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Depression and unhappiness have always existed. I'm sick of the feminism is always blamed if women aren't 100% joyful in their lives. I've suffered from clinical depression for years, but if I didn't have the choices feminism gave me, I would have been much worse off.

I think what is different is we are much more open as a culture. We feel more comfortable discussing issues that were considered taboo just 50 years ago. Sometimes we go too far but it's a good thing that today depression, rape and domestic violence are treated as serious issues and not written off as all in our heads or something we had coming, well, usually.

Anyway, a while back I told all of you about an article I wrote about feminism. I found the article, dusted it off and posted it on my blog. Enjoy.

http://popcorninmybra.blogspot.com/2...irty-word.html

Feminism: It's Not a Dirty Word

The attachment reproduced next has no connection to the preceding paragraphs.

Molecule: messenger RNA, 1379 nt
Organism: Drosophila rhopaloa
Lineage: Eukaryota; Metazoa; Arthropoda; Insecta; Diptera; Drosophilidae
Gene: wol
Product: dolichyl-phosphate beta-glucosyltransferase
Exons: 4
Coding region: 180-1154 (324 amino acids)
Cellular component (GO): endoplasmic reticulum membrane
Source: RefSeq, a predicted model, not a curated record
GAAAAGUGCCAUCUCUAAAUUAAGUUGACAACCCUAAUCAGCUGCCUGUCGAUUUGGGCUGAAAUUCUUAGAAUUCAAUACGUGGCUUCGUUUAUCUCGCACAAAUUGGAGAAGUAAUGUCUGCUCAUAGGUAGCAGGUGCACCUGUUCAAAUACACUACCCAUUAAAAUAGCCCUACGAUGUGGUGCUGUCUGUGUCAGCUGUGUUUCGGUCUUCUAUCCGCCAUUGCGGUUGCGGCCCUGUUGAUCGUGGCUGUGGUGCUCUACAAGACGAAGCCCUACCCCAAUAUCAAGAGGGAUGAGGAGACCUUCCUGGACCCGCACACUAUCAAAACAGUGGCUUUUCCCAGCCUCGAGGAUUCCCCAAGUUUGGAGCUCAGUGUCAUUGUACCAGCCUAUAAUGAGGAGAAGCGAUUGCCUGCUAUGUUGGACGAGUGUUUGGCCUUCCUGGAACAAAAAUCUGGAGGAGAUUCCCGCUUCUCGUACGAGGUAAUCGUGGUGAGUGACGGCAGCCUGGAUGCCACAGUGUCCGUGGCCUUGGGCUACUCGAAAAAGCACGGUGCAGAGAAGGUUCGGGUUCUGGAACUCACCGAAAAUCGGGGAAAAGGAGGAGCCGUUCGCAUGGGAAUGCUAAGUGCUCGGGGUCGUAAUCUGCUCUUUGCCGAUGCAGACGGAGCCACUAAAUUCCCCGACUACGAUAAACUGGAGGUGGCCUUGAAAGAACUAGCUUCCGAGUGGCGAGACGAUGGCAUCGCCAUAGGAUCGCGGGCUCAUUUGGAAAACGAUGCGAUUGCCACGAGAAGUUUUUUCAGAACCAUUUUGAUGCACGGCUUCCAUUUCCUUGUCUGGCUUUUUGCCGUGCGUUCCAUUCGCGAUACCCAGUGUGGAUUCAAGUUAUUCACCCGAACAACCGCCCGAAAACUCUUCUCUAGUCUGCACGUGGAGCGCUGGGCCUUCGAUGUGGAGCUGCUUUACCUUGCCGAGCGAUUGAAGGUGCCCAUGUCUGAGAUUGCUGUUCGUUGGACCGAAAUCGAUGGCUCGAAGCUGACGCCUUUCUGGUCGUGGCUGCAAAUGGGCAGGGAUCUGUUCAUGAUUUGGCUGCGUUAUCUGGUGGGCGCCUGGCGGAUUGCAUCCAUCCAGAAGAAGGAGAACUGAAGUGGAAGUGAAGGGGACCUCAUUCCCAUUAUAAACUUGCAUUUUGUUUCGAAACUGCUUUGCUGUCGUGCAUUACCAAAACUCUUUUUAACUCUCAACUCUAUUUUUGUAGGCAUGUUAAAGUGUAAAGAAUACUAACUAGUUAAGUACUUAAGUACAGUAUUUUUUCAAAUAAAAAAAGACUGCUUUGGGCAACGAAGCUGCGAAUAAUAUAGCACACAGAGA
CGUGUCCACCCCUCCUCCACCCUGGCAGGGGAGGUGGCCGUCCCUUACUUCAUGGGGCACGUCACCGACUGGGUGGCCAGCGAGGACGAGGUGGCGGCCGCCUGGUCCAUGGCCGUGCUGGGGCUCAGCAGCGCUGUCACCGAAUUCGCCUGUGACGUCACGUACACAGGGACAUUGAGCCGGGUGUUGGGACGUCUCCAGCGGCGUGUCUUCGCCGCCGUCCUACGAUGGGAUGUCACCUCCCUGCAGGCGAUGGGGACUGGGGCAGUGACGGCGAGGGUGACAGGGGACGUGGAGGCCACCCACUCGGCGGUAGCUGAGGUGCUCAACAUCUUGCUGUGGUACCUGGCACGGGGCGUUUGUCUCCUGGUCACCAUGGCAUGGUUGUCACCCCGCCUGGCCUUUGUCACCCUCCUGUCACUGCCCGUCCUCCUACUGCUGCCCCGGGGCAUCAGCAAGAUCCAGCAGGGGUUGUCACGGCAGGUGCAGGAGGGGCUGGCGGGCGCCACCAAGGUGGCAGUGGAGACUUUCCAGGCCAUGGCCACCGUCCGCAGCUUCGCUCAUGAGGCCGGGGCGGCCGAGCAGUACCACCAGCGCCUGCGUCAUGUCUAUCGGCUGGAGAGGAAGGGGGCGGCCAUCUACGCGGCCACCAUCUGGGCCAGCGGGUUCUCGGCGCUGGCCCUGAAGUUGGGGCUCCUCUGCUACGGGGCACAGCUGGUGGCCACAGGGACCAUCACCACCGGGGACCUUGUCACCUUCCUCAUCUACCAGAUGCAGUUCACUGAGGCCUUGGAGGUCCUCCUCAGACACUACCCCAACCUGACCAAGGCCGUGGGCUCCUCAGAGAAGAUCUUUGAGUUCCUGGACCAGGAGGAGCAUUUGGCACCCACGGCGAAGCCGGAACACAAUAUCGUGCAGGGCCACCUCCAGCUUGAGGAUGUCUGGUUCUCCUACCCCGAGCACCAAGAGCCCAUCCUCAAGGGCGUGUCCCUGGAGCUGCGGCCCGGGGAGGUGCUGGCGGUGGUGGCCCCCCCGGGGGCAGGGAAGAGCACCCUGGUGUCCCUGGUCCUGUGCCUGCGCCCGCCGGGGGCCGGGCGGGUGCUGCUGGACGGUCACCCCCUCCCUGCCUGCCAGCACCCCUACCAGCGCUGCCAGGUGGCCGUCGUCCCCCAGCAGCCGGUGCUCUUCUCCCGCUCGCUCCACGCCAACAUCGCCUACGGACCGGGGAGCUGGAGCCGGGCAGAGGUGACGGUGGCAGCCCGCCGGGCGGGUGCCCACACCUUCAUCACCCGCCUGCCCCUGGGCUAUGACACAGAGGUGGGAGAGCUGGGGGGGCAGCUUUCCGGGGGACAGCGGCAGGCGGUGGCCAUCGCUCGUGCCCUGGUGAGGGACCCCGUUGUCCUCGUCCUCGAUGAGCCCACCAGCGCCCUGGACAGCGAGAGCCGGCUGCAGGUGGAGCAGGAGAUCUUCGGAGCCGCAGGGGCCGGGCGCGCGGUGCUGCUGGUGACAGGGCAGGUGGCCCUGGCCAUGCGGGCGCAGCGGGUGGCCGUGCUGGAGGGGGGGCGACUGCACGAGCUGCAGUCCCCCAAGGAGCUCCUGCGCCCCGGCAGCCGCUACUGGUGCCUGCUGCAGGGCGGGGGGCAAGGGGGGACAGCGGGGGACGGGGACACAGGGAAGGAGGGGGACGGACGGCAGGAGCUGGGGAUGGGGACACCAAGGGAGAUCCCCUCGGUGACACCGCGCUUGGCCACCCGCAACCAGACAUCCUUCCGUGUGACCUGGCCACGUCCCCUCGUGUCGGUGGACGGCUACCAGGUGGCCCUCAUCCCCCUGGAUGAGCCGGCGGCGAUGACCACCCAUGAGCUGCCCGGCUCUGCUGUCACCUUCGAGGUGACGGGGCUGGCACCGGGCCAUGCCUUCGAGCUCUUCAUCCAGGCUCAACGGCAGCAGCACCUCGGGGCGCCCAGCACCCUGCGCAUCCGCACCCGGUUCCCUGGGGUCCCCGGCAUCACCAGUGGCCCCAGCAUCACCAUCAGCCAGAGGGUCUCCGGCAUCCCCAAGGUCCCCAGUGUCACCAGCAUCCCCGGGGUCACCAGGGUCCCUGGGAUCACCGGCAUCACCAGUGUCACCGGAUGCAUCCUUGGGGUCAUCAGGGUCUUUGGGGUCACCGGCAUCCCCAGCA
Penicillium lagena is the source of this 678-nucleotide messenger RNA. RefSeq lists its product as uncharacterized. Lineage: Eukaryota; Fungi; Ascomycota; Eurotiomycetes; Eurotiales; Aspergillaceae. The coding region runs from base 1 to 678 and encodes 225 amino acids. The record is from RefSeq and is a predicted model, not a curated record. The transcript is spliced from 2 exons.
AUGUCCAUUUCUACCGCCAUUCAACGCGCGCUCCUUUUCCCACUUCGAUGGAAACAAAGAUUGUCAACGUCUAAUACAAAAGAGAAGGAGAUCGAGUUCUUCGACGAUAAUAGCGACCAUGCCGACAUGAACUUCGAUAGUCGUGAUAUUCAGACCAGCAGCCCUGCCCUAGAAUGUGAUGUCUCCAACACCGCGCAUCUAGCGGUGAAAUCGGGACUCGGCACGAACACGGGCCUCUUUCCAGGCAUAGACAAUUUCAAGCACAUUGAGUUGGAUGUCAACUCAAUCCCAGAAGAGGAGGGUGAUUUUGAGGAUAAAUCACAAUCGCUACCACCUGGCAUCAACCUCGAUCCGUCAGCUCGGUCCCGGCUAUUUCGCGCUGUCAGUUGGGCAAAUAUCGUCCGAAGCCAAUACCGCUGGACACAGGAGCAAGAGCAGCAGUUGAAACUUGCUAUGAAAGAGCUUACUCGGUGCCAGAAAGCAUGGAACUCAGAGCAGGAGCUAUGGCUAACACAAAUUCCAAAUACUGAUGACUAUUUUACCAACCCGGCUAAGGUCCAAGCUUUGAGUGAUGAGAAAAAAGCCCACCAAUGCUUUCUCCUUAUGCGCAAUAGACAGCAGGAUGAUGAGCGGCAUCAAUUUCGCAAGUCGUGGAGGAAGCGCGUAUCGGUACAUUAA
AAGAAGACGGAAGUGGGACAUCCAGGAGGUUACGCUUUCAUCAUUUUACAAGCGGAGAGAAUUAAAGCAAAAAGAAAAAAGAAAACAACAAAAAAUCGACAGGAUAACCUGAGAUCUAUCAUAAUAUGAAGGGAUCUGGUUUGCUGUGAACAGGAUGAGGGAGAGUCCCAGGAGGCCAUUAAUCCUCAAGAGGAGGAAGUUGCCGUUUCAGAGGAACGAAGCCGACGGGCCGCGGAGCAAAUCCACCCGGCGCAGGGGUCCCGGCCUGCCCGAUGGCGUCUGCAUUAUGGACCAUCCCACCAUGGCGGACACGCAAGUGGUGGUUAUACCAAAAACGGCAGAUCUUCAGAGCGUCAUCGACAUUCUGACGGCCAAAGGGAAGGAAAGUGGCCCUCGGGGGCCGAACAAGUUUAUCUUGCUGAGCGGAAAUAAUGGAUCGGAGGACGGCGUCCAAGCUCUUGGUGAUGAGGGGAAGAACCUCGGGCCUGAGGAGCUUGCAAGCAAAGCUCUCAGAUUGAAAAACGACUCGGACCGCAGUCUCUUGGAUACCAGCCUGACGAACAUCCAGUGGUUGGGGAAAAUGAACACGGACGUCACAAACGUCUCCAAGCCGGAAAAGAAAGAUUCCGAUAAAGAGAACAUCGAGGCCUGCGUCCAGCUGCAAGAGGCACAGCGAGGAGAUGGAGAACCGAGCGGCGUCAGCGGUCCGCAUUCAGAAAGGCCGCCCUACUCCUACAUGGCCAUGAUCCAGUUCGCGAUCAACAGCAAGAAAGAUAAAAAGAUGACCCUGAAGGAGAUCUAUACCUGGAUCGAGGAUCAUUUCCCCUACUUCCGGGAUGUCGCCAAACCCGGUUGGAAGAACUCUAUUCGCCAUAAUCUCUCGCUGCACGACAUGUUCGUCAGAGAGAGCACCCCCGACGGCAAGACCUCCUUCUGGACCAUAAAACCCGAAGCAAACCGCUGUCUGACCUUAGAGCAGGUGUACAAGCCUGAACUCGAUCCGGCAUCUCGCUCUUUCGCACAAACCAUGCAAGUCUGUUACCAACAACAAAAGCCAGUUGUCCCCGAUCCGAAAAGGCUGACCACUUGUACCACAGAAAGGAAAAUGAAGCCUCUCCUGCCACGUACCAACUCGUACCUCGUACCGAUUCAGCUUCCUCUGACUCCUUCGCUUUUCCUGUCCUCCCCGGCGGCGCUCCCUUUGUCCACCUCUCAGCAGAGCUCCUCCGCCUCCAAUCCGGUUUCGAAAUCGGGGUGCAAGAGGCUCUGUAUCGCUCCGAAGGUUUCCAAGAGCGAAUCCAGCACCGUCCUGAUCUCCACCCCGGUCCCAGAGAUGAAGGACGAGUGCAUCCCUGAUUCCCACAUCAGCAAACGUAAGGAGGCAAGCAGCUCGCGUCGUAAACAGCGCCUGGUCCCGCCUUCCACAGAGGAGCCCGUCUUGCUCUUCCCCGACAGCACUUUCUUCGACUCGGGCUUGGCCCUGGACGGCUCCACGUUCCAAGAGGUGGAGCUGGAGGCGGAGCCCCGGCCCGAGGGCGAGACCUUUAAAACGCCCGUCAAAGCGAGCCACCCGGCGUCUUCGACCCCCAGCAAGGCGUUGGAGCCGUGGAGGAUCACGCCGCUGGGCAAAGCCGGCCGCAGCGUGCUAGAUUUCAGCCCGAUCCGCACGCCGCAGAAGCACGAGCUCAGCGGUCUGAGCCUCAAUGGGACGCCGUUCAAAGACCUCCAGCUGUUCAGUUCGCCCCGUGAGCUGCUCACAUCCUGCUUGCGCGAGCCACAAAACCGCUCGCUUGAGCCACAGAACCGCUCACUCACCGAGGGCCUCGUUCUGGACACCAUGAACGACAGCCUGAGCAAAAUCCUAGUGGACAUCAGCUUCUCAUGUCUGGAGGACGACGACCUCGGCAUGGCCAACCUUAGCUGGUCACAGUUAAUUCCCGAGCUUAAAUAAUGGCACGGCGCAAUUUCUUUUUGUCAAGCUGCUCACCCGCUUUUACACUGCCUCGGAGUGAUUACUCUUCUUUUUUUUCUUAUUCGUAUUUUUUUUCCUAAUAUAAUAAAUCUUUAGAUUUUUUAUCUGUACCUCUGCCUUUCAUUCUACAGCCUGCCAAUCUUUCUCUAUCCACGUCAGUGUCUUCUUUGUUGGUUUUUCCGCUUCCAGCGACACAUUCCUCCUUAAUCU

"Femi-nazi, hairy-legged, man-hating, anti-family..." These are just a few words used to describe feminists. Is it any wonder why women who benefit from the hard work of past feminists do not attach themselves to feminism? Who wants to be called such hateful names? Yet, many women agree with feminist causes and victories.

Why do women get uncomfortable with the word feminism? Do they let stereotypes and name-calling mar a simple word? According to the Webster New College Dictionary, feminism is the "advocacy of increased political activity or rights for women." Rather simple, right? Feminism is not such a scary word after all.

However, feminism can't be summed up in one simple definition. Let us look into feminism further. According to feminist historian, Gerda Lerner, feminism is:

-An idea advocating equals rights to men
-A movement to obtain these rights
-A body of theory women have created
-A belief in the necessity of a huge social change to increase the power of women